Coronavirus cases rise to 365 in state, with 161 in Marion County

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The Indiana State Department of Health on Tuesday morning said the number of presumptive positive cases for COVID-19 in the state has risen to 365 after the emergence of 106 more cases.

The department reported that 2,931 people have been tested, up from 1,960 people in the previous day’s report. The ISDH said the test number reflects only those tests reported to the department and the numbers should not be characterized as a comprehensive total.

The death toll in the state has risen to 12, up from seven the previous day. The department initially reported seven deaths Tuesday morning.

Marion County reported 161 cases—up 51 cases from the previous day—with three deaths.

Other area counties with cases are Hendricks (13), Johnson (18), Hamilton (25), Boone (3), Hancock (4), Madison (3), Morgan (3) and Shelby (1).

The health department is providing case updates daily at 10 a.m. based on results received through midnight.

Health officials say Indiana has far more coronavirus cases—possibly thousands more—than those indicated by the number of tests.

Cases have been confirmed in more than 45 Indiana counties so far.

As of Tuesday morning, 46,481 cases had been reported in the United States with 593 deaths, according to a running tally maintained by health researchers at Johns Hopkins University & Medicine.

More than 395,600 cases have been reported globally with 17,159 deaths. More than 102,900 people have recovered.

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2 thoughts on “Coronavirus cases rise to 365 in state, with 161 in Marion County

  1. Based upon national statistics as well as international ones, the New York Times has a new comparison of death rates from CoVID-19, at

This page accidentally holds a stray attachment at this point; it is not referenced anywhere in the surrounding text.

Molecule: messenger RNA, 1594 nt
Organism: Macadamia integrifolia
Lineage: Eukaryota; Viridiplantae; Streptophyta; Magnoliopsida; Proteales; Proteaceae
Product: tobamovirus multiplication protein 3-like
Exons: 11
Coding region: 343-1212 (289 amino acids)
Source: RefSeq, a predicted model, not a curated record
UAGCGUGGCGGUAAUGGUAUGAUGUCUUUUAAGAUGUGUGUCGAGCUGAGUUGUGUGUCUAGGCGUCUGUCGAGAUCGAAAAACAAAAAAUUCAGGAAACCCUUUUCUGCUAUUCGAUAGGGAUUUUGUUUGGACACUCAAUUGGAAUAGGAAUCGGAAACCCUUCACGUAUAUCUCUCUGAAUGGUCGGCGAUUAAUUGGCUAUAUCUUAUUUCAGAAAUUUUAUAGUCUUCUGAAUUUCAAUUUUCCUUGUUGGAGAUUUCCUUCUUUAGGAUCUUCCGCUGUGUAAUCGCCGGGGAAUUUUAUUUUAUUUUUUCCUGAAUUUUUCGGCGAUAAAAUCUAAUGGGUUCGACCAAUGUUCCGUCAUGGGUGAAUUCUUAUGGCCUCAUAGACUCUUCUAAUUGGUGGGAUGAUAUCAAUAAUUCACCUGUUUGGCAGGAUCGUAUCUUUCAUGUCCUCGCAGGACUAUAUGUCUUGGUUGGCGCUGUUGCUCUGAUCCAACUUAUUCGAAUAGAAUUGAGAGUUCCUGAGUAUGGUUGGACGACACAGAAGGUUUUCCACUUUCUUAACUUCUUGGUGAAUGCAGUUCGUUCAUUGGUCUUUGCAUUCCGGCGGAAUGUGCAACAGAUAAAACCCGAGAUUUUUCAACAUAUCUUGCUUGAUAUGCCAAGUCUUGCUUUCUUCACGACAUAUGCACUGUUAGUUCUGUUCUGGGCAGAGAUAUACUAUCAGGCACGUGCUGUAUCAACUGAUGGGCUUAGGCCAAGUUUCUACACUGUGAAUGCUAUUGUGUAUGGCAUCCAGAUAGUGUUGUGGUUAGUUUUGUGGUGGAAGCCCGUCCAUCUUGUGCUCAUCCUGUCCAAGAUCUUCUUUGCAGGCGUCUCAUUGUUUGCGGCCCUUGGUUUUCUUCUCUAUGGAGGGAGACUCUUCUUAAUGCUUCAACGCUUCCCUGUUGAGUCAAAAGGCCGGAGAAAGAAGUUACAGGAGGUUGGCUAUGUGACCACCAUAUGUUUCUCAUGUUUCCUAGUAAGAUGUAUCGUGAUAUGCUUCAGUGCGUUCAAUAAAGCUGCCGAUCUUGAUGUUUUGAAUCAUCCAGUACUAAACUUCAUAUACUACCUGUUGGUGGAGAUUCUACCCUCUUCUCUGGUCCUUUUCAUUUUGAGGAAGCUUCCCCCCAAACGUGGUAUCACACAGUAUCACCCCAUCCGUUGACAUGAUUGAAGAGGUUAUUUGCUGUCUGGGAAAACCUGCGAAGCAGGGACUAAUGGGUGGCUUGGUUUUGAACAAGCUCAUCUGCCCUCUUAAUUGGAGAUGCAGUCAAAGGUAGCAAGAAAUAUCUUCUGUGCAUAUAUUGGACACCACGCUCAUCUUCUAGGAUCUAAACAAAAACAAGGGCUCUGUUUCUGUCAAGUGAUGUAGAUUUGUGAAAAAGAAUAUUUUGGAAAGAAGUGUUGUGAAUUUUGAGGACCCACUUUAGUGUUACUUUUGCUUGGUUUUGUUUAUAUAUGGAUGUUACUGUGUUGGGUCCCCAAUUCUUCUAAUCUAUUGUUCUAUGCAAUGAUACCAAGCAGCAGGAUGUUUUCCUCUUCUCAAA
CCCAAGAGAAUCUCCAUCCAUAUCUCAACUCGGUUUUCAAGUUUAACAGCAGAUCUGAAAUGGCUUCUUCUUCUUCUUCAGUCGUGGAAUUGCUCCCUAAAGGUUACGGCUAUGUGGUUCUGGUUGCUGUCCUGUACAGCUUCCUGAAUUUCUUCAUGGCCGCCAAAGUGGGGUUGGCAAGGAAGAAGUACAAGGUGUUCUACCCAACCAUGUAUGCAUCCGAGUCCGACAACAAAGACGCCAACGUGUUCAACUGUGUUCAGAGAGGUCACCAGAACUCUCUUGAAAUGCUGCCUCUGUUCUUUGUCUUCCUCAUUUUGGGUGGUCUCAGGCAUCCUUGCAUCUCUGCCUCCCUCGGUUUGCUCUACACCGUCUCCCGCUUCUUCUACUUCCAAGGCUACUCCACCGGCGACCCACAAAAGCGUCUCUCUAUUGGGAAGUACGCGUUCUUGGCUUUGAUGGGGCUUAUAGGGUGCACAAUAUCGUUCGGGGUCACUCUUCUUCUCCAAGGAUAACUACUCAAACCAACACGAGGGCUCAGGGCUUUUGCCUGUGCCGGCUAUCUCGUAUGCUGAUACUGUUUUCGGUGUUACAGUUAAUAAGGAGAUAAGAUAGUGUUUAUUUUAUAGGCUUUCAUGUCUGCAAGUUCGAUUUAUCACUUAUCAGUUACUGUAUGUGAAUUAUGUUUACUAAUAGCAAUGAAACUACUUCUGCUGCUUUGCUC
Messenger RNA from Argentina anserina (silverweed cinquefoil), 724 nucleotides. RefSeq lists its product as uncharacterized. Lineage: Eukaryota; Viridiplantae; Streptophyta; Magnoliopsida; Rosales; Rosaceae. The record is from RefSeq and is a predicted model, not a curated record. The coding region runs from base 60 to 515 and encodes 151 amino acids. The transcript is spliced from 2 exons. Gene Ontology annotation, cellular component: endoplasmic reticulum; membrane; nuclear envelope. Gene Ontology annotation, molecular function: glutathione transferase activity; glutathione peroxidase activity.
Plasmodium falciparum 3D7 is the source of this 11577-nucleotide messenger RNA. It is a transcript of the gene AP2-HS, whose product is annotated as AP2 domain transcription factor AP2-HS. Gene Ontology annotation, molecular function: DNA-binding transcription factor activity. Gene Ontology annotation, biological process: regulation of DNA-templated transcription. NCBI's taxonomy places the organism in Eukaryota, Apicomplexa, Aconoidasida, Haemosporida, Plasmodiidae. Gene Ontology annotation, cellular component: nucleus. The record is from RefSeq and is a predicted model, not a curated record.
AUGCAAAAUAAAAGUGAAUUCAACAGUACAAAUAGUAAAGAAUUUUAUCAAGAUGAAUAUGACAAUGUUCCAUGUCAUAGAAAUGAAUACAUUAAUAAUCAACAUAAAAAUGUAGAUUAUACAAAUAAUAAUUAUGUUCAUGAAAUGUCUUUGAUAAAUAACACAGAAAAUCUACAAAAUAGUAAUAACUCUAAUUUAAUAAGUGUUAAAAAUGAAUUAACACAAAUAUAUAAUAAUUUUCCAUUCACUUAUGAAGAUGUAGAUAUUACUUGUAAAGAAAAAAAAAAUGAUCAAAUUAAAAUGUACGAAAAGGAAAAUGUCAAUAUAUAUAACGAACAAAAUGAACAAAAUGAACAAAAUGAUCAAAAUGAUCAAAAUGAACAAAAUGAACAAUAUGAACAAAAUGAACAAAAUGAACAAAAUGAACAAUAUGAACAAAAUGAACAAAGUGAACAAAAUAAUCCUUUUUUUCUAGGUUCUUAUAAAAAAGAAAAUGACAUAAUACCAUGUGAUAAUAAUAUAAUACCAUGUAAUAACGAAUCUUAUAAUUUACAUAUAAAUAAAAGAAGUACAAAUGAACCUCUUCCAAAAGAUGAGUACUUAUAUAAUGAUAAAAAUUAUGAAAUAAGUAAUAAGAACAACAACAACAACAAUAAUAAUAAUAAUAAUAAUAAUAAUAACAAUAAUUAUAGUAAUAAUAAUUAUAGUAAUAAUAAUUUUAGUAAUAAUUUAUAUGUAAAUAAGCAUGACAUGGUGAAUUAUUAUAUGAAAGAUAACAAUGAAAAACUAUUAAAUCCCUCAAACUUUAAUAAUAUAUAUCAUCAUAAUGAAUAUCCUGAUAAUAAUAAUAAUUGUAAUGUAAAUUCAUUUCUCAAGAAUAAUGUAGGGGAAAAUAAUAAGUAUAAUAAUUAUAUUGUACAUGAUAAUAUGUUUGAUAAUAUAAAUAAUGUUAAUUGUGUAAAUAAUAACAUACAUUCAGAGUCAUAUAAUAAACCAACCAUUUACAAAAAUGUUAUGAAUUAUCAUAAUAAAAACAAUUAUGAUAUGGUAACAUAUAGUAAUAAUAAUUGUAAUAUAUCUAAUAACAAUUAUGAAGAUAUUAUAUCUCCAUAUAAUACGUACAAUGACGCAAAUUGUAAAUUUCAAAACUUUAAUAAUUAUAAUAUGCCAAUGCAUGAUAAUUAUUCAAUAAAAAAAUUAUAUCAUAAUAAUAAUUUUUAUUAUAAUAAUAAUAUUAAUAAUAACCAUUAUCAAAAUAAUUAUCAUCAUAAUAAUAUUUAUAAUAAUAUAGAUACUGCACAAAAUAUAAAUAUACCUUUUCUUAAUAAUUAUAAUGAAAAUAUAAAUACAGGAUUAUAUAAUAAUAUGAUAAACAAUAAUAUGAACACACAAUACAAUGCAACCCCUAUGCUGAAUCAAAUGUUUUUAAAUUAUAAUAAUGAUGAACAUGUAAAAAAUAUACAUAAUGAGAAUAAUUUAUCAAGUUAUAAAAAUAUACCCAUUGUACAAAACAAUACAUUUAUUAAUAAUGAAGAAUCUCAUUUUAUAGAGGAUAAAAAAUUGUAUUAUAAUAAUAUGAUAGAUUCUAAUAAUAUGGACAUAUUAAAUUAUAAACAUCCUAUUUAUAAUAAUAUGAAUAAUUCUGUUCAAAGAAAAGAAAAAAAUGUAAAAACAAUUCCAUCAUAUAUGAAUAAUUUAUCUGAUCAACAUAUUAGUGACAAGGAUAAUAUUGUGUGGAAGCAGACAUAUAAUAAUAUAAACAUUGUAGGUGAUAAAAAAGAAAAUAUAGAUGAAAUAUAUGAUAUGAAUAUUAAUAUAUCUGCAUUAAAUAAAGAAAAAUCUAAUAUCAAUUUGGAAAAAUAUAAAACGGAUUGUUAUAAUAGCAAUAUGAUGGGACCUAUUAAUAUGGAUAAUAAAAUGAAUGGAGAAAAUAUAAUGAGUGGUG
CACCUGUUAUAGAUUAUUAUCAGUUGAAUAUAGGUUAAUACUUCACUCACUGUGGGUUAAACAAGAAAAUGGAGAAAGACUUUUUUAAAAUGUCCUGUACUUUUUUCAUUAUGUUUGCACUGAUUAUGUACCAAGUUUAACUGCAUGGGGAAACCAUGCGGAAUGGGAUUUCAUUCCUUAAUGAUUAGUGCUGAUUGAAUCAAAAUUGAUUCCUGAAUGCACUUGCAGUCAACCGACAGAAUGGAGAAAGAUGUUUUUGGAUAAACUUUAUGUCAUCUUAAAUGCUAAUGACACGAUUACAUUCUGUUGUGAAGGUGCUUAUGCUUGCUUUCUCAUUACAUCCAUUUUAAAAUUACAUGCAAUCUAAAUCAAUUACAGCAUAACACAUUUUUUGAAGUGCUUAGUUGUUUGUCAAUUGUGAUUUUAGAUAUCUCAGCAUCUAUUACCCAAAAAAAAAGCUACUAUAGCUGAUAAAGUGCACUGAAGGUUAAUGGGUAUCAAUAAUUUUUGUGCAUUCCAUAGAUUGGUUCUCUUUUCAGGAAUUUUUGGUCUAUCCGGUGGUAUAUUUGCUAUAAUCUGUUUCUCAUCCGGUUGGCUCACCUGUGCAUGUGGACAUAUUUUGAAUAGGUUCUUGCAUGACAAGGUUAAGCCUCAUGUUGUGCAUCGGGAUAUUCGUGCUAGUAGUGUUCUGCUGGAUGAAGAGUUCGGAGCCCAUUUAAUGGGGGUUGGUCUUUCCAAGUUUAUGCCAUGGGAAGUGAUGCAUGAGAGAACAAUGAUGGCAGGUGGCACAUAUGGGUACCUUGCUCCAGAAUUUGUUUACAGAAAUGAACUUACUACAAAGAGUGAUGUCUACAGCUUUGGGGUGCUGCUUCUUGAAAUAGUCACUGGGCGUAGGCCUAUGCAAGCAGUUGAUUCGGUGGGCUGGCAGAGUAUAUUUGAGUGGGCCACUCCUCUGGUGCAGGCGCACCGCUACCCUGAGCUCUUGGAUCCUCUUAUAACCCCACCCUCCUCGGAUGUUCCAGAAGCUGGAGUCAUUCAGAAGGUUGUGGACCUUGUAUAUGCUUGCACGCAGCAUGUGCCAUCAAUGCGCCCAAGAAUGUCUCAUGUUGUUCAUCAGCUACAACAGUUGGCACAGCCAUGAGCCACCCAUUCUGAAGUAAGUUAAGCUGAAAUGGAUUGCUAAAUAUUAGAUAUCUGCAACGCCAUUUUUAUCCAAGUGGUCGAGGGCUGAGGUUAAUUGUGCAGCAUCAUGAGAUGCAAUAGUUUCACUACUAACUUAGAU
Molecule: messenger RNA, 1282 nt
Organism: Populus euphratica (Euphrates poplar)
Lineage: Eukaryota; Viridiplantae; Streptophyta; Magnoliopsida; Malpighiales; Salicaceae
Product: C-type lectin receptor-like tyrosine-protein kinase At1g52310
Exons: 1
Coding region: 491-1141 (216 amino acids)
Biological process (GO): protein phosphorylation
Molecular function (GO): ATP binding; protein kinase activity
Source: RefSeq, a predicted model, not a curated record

Importantly, there is a graphic comparing the experiences of states. This information will be important in evaluating whether to relax social distancing and other pressures on the economy. Look at Washington, the first state to experience the outbreak–and to take measures including social distancing. Their death rate is now less than half that of other states with large outbreaks. This is really important information for governments and businesses.

    Please help to get the word out, so that parallel information for Indiana becomes available soon. (The numbers, thankfully, are low enough in Indiana that reliable measurement of death rates may not yet be possible.)

    (A problem with death rates is that they lag behind infections by weeks, or maybe a month. So we won’t know things are getting better for a long time–and need to maintain discipline until we do get reliable indications. But in the absence of testing, death rates are the most reliable measure we have, and they are available for comparison across jurisdictions. Let’s hope the testing ramps up, but let’s not overlook real data as life and death choices are being made.)